It's raining trouble in Mumbai

Torrential rains batter the city; trains halted, flights diverted, buses off roads, and schools, courts shut.


Nithin Belle

Published: Sun 21 Jun 2015, 12:00 AM

Last updated: Wed 8 Jul 2015, 2:58 PM

Mumbai: The tottering civic infrastructure in India’s financial and commercial capital collapsed in the face of heavy rains on Friday, crippling the metropolis of 15 million-plus people.

Torrential rains have been lashing Mumbai and the surrounding region since Thursday night. The metropolis recorded about 300mm of rainfall during the 24-hour period ending Friday. Despite the tall claims of the Bombay Municipal Corporation (BMC) and the railways, of having cleared storm-water drains, low-lying areas were flooded with water, crippling the transport network.

Suburban services on all three corridors — the Western, Central and Harbour — were suspended for several hours during the morning peak hours because of flooding of tracks in many areas. Thousands of commuters were stranded at many stations in the morning and many walked through knee-deep water along the railway tracks.

While services were slowly being resumed in the evening, they had to be halted because of continuing showers. The authorities were hopeful that normalcy would be restored by late night.

Scores of long-distance trains to and from Mumbai were also stranded between stations and passengers had to spend more than half a day waiting for the trains to move.

Highways and major arteries, both in the city and the suburbs, were also flooded with rainwater, and even buses found it difficult to navigate. Many office-goers were caught in traffic jams for hours at a stretch.

Several domestic and international flights were also delayed because of the heavy rains. Many departing passengers couldn’t reach the airport in time and those who landed in Mumbai found it difficult to get transport to reach their homes, offices or hotels.

Both the civic body and the railways appealed to citizens not to venture out unless it was an emergency. Most private and government offices were shut; even the Bombay high court had to declare a holiday for all courts. Schools and colleges were also shut and many shops also did not open their shutters. The BMC and the railways deployed nearly 250 portable pumps to low-lying areas to drain out the water, but they were ineffective in the face of high tides. With the high tide level reaching a height of 4.6 m, pumps are ineffective as the rainwater cannot be pumped into the sea.

The civic body and the railways spend millions of rupees in cleaning up storm-water drains before the onset of the south-west monsoon. But most of the drains are clogged with unchecked, year-round dumping of debris and garbage. Many residents living along both sides of the suburban railway lines also dump garbage on to the tracks. This is evident in places such as Masjid — where commercial buildings are adjacent to the railway tracks — Wadala, Chunabati, King’s Circle, Kurla, Govandi, Mankhurd (all these are on the Harbour Branch) and even along stations such as Dadar, Matunga, Mahim, Jogeshwari and Goregaon along the Western Railway corridor.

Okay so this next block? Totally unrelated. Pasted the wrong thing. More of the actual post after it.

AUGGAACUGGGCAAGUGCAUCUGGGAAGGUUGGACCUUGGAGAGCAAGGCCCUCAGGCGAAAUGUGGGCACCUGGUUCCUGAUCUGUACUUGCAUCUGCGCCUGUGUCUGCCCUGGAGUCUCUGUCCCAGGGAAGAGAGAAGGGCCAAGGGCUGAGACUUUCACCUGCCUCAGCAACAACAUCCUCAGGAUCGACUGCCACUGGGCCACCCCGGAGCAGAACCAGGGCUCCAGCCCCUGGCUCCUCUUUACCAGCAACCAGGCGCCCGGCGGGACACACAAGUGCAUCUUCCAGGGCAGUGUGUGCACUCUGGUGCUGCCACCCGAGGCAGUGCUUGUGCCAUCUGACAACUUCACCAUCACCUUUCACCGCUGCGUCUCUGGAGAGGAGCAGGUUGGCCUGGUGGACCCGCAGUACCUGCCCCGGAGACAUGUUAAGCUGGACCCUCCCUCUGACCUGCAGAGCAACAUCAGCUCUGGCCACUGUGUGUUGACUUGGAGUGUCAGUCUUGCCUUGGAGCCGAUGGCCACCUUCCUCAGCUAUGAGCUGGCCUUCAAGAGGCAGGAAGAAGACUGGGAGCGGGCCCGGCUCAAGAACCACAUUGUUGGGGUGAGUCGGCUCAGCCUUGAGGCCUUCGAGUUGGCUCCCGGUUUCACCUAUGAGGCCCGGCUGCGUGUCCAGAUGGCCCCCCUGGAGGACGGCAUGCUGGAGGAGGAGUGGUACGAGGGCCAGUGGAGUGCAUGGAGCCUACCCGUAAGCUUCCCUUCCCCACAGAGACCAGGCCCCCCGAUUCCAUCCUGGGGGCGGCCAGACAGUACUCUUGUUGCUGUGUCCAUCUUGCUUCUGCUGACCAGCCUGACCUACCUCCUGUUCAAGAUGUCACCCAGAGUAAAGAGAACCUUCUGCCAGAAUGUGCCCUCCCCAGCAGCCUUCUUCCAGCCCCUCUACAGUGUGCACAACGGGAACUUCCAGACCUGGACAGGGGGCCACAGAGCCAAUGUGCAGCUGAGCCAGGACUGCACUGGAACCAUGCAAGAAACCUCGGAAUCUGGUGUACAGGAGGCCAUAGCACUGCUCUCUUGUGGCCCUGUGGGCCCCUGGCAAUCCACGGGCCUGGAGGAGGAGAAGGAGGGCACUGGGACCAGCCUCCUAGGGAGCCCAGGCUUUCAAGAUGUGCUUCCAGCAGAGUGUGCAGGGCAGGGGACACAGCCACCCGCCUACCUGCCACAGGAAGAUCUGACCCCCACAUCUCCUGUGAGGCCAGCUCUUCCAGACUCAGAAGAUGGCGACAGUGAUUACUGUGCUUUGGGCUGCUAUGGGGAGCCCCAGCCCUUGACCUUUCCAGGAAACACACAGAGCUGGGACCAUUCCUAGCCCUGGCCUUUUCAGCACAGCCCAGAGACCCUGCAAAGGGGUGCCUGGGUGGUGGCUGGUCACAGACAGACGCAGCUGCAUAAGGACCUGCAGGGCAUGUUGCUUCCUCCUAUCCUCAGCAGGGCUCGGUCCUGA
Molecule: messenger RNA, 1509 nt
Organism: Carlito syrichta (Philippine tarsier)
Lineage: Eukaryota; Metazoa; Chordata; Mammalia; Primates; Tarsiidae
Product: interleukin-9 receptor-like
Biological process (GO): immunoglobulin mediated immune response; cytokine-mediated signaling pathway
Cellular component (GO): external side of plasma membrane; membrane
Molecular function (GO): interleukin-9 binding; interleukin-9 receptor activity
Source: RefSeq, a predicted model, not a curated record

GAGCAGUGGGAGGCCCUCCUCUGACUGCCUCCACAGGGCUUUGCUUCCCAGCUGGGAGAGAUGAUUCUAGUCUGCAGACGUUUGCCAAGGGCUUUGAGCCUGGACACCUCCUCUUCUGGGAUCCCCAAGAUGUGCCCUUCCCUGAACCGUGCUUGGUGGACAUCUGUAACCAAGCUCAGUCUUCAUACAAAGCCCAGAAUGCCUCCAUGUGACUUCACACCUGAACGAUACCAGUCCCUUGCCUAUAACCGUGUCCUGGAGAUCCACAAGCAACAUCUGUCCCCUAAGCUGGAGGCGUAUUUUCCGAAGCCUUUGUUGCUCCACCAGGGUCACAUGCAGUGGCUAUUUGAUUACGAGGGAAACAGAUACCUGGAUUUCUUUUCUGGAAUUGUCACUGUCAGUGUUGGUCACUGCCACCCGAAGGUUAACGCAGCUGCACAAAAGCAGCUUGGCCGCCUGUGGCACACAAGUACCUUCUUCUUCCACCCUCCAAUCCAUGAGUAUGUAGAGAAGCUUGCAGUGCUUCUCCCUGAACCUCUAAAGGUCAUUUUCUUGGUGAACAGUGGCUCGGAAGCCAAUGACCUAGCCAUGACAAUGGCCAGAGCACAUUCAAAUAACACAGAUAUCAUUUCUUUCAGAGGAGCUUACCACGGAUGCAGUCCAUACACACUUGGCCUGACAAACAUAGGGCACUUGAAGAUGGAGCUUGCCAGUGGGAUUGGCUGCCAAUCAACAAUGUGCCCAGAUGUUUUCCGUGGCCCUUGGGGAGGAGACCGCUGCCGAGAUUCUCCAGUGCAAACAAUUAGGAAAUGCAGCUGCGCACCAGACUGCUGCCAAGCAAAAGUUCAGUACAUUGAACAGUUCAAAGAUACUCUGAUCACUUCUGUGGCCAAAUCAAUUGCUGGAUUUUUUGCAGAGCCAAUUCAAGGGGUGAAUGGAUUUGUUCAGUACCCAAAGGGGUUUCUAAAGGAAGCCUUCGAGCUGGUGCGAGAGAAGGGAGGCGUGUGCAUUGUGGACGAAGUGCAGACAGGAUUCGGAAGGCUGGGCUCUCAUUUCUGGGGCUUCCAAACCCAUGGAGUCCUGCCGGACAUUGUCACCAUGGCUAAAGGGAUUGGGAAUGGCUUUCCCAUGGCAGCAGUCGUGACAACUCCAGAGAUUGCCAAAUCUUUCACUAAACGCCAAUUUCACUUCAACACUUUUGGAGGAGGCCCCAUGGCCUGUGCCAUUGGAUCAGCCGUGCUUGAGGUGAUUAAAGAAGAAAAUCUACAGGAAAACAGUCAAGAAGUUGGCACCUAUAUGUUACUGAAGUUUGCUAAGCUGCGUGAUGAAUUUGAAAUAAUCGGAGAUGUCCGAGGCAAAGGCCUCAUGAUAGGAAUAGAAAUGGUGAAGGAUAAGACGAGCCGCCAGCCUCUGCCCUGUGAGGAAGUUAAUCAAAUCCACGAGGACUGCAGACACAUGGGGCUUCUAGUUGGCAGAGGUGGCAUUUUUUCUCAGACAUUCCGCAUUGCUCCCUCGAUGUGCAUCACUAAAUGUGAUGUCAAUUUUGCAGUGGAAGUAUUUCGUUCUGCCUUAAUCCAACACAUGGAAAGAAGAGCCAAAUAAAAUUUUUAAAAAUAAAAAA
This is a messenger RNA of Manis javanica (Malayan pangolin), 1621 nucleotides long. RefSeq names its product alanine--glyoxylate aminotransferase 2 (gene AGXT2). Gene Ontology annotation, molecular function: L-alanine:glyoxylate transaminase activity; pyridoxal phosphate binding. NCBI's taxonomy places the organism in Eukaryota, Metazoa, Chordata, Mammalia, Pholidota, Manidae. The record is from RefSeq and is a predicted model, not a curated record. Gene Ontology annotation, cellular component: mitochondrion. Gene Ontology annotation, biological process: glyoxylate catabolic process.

Unplanned and haphazard growth in Mumbai — both in the city and the suburbs — also results in new developments and re-development occurring in different areas. But the drains, built more than a century ago, are unable to take the load and crumble. The heavy downpour from Thursday night saw more than a dozen low-lying localities getting submerged under water. They included places such as Byculla, Parel, Dadar, Sion, Dharavi, Kurla, Santa Cruz (especially Milan subway), Andheri, Jogeshwari and Goregaon.

While Mumbai receives between 2,000mm and 2,500mm of rainfall during the four-month rainy season from June to September, the city comes to a virtual standstill if it rains more than 150mm in a 24-hour span. Scores of new flyovers have come up in Mumbai in recent years, but the rainwater rushes down and floods the roads below.

The heavy rains saw many areas reporting power breakdowns. Telecommunication services were also impacted in some areas, and citizens couldn’t access the net.

Maharashtra chief minister Devendra Fadnavis visited the disaster management control room to monitor the situation.

He advised residents not to go near the coastline or the beaches.

“Almost four metres high tide is expected today (Friday)... Appealing everyone to avoid going near the sea. Please avoid going out of homes... Be safe!” Fadnavis tweeted soon after, terming it as a major challenge before the authorities. Huge waves lashed the coast along Marine Drive and near the Gateway of India, even flooding the roads.

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